They didn't merely change the selector -- the internal cavity is milled differently, the necessary holes aren't drilled, the bolt carrier is different, there are extra parts, and of course as mentioned, the selector is different.
This is another great example of the propaganda that has been run by the people who want to control people. Even to this day I still run into people who are not really "anti gun" but, they tell me the AR is "not needed". They will repeat this same line, that its just a simple task to make one a machine gun. When I tell them they have been mislead many of them look at me not sure if I am lying to them. They have been told so many times that the AR's are really a machine gun that just needs one part to be full auto again. Many of them would not know how to even load an AR so they have no idea they have been lied to. :s0054:
 
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So much wrong with this biased judge's ruling ...

"But in his order, Gordon found that the Parsons had pleaded facts showing alleged causation because the use of modified AR-15s in a mass shooting was “reasonably foreseeable.”

No - it was not reasonably foreseeable. Never happened before in the US, multiple unique aspects.

"He compared the danger of AR-15s to that of machine guns, which prompted the creation of the National Firearms Act banning the fully automatic weapons."

The National Firearms Act DID NOT ban automatic weapons. It imposed a registration and tax stamp requirement.

“The Parsons plead facts showing that the defendants’ AR-15s could be easily modified with bump stocks to shoot automatically, which the shooter did with tragic results. So the Parsons have sufficiently alleged causation,” Gordon wrote."

No, bump stocks do not shoot automatically, they merely facilitate rapid single action firing - which remains one bullet expended for one pull on the trigger, not automatic by (legal) definition.

As others commented and this helps illustrate - this will be tossed faster than a speeding train.
 
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I certainly Hope somebody, maybe many somebodies take this one ALL th to the Supremes. The next thing you know the Lawyers are going to be taking Ford and Dodge and any other car maker to court because of p Drunk Driver killed someone. As it is there already too many law suits happening because people won't take responsibility for their actions.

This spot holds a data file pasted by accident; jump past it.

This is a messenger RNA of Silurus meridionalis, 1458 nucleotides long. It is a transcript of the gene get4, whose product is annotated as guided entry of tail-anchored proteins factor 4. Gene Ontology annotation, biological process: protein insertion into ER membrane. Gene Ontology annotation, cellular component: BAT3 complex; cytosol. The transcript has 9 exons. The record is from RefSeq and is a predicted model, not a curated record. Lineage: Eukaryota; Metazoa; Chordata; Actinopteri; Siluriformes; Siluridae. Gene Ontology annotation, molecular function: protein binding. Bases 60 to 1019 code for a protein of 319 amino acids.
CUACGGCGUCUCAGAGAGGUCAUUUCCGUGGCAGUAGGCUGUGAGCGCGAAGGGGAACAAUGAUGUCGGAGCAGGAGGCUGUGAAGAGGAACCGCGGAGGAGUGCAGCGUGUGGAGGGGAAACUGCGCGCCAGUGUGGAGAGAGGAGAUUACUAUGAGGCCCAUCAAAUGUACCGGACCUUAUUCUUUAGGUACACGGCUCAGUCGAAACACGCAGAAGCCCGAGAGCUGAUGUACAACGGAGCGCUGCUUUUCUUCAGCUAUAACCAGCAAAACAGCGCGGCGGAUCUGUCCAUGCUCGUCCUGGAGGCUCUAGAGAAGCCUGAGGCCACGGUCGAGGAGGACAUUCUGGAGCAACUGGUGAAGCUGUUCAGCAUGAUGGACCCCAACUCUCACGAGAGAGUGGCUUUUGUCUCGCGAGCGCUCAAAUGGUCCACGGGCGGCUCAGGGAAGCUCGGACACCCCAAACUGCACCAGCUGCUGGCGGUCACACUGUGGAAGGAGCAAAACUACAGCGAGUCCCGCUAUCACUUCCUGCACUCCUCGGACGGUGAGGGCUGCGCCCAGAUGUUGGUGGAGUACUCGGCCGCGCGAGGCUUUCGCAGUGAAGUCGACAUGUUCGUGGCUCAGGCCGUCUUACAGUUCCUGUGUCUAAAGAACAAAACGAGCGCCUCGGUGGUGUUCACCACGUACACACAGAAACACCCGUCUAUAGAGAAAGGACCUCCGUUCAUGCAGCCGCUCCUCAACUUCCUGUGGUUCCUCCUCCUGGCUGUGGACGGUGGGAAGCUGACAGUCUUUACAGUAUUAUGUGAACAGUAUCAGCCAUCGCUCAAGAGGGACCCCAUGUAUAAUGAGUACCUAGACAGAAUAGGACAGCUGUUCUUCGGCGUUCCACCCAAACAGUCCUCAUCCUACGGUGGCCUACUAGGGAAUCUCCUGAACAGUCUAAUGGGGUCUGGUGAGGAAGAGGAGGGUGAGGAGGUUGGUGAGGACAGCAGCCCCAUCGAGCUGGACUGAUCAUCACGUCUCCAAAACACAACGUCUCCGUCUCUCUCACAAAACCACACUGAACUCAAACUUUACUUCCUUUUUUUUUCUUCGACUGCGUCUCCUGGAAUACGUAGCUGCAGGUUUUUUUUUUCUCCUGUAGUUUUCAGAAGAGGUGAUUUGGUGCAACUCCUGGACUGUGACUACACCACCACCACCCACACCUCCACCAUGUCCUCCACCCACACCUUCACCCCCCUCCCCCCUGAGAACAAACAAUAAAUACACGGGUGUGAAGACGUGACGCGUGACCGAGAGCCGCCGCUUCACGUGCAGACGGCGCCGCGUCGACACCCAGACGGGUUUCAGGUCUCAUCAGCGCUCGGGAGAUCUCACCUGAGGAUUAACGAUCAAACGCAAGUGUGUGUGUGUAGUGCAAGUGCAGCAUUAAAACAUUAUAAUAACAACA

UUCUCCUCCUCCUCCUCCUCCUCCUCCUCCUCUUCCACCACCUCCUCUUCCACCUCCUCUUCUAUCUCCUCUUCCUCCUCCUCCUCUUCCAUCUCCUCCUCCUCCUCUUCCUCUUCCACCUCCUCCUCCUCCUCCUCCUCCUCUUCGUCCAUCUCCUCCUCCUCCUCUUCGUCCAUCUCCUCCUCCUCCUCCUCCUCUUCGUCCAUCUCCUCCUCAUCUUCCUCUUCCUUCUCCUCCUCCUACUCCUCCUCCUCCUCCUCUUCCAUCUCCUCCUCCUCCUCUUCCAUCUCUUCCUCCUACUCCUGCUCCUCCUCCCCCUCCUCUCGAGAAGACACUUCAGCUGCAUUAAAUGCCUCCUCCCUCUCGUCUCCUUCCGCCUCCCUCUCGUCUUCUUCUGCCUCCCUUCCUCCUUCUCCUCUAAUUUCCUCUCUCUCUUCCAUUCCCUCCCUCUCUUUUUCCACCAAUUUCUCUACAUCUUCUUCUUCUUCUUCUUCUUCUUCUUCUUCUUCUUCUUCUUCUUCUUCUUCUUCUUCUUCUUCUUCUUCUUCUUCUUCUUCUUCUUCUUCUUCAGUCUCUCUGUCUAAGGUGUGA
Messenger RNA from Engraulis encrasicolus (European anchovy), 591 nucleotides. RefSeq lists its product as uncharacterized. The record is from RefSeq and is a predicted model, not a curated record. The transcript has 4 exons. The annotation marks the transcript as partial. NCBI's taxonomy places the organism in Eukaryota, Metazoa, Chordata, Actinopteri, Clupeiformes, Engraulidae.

There is no difference in the logic applied in that story to this scenario:

Dodge made a consumer grade car but gave access to performance racing parts through their Mopar Performance Parts. It is reasonably foreseeable that any Dodge owner can or will convert their car from a street legal kid hauler to a race-car and will attempt to race it on the street. So when John Doe did just that and crashed his car into a group of students crossing the street, well, Dodge is ultimately at fault for negligence by providing the means for Mr. Doe to build his own street illegal race car.

This sort of ruling seems to be a very slippery slope down a hill for nothing more than political posturing/gain.
 
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What about suing the Mandalay Bay hotel for renting him a room. Or the taxi company that got him to the hotel. Or the airline that flew him there. I guessing he ate while he was there so had he not eaten, he would have been too weak to go on a shooting spree so there's another opportunity. This is outright insanity. These out of work lawyers are looking for anything to make a buck on....
 
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I am wondering where the concept of "reasonably foreseable" appears/applies in negligence suits. Is this something Gordon dreamed up, or is it the current standard?

And how does "reasonably foreseable" invalidate the protection law afforded to firearms makers?

IMO this is a very dangerous standard:

1. It is reasonably foreseeable that I could modify my 10/22, or my Glock, to full auto.
2. It is reasonably foreseeable that I could use my kitchen knives in a murder spree.
3. It is reasonably foreseeable that I would abuse medication prescribed to me.
4. It is reasonably foreseeable that I would not raise my kids to be sheeple.
5. It is reasonably foreseeable that I run over my kid's foot with my lawnmower.
6. It is reasonably foreseeable that I would cut myself using a razor.
7. It is reasonably foreseeable that I would fall off a ladder or a roof.
8. All the things I might do with a car...
9. And on and on...